Italy pledges to balance budget by ’13

Italy pledged on Friday to work swiftly for a constitutional amendment requiring the government to balance its budget, as Rome feverishly tried to assure domestic and foreign investors its finances are sound and calm nervous markets in Europe.

ROME — Italy pledged on Friday to work swiftly for a constitutional amendment requiring the government to balance its budget, as Rome feverishly tried to assure domestic and foreign investors its finances are sound and calm nervous markets in Europe.

Premier Silvio Berlusconi told a hastily convened evening news conference the government will “speed up measures” in its budget law approved last month by Parliament, “with the possibility of reaching a balanced budget by 2013 instead of 2014” as first planned.

His conservative government, now more than three years into its five-year term, will also work to amend the Constitution to include a requirement for a balanced budget, Berlusconi said.

Berlusconi, saying he conferred by phone with world leaders, announced that G-7 finance ministers will meet “within days” about the exploding financial crisis.

Later, his spokesman clarified that convening an “extraordinary meeting” of the G-7 finance ministers was still “at the reflection stage” with no decision yet taken, although Italy favoured one.

Concern over the crisis was trans-Atlantic.

U.S. President Barack Obama spoke separately by phone with French President Nicolas Sarkozy and German Chancellor Angela Merkel about the latest developments in Europe’s sovereign debt crisis, the White House said.

Berlusconi, in turn, said at the news conference that he was set to speak to Obama later Friday.

The uncertainty stemming from the 17-nation’s shared currency — used by some 330 million people across the continent — sent European shares plummetting this week, and was also seen as contributing to sending U.S. stock markets lower.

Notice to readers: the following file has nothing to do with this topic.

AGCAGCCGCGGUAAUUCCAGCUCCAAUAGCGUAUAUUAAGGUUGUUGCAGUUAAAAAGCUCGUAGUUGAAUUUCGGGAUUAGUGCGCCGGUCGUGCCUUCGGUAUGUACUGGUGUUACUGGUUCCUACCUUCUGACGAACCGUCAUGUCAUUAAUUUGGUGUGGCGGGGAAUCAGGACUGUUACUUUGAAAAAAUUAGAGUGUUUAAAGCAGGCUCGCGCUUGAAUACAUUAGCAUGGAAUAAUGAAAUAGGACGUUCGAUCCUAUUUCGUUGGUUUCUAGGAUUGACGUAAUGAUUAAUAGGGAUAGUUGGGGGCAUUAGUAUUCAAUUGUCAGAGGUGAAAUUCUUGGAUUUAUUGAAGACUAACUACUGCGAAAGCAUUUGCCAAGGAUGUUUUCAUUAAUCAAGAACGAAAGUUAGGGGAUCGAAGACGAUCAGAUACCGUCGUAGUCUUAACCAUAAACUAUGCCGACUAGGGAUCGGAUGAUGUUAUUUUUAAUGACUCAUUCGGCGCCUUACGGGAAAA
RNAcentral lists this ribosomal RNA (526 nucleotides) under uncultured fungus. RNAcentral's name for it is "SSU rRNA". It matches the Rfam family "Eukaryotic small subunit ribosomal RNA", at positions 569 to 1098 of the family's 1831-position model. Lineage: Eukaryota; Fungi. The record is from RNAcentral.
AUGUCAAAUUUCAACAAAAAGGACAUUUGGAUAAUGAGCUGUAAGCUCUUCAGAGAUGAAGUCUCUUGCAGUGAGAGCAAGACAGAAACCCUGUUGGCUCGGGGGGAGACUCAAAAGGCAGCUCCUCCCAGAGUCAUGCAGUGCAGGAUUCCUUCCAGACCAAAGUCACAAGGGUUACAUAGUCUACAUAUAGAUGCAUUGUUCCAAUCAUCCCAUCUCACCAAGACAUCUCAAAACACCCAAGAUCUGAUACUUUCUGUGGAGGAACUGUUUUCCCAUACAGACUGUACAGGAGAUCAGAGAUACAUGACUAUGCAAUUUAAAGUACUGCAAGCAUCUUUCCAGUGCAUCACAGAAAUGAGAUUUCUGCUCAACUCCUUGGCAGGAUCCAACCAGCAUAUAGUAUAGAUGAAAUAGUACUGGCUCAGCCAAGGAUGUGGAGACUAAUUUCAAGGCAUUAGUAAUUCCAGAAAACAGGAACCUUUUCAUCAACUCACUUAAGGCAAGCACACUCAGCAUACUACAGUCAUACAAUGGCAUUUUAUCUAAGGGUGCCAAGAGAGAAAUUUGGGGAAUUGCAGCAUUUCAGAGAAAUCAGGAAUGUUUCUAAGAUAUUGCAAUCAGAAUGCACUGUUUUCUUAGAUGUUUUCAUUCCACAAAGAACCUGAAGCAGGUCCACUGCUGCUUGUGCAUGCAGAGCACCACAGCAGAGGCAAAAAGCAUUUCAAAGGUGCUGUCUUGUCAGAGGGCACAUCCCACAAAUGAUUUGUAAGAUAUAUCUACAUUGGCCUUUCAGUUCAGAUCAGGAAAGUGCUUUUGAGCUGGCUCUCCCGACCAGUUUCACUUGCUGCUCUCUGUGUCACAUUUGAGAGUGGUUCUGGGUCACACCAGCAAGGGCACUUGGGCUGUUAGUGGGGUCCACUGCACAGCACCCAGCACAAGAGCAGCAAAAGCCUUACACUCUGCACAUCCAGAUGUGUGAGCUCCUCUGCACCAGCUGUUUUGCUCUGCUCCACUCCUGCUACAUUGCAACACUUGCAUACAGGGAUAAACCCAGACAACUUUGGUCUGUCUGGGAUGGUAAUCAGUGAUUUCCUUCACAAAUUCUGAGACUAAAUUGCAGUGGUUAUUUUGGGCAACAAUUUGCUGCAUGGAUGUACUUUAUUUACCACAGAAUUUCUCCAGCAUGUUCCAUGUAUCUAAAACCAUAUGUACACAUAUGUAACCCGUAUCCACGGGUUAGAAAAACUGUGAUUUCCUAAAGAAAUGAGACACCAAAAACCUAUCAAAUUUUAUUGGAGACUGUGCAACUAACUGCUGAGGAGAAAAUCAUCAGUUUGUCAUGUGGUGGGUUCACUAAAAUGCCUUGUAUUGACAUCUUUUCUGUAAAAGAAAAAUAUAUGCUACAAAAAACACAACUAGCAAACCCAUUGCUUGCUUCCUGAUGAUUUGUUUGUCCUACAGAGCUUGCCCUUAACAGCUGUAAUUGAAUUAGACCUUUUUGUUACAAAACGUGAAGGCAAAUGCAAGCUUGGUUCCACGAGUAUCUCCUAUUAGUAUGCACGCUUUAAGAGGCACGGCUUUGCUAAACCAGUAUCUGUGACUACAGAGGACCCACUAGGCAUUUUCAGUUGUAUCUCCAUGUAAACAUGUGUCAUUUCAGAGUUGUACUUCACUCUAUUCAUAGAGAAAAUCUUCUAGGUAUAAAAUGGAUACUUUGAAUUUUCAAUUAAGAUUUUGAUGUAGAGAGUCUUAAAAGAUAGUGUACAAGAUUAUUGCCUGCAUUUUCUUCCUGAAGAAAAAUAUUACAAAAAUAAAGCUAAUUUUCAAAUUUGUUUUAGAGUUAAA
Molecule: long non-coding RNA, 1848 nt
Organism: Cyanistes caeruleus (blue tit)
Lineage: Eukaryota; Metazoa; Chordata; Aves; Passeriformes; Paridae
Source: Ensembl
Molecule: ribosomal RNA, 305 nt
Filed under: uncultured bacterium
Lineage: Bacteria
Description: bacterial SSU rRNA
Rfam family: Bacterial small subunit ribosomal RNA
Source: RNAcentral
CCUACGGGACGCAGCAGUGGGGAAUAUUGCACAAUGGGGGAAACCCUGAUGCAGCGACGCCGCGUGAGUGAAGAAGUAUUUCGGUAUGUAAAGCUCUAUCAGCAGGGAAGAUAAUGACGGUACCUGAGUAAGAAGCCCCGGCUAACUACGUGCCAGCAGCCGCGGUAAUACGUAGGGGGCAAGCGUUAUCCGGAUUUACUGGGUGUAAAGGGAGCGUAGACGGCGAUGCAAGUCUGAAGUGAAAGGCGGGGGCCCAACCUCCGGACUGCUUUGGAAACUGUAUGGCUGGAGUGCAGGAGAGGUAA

Italian Finance Minister Giulio Tremonti, who stood beside Berlusconi, said a balanced budget could be achieved by 2013 by speeding up reform of Italy’s extensive social welfare system.

Also key to this goal, Tremonti said, would be what he promised as the “mother of all liberalization,” especially in Italy’s highly regulated world of labour.

“The principle that all will be allowed unless specifically forbidden” by labour laws will be the guiding principle of the government’s strategy, Berlusconi said, vowing that that would be soon enshrined in Italy’s constitutional.

Italy’s industrialists and mid-sized employers have complained for decades that Italy’s strict laws making firing workers almost impossible discourages them from hiring employees when needed.

in moments of need.

Further strategy also includes privatization of sectors, which Tremonti didn’t specify, and what he said would be a “speeding up” of investment to improve and modernize infrastructure, as a way to wake up Italy’s slumbering economy.

Italy’s Parliament went on vacation for a month earlier this week, but on Friday, responding to the quickly worsening economic nervousness, officials of the two chambers said key committees would keep working throughout August.

And all the lawmakers were expected to be summoned back to work as soon as the reforms pushed by Berlusconi is ready for a full vote.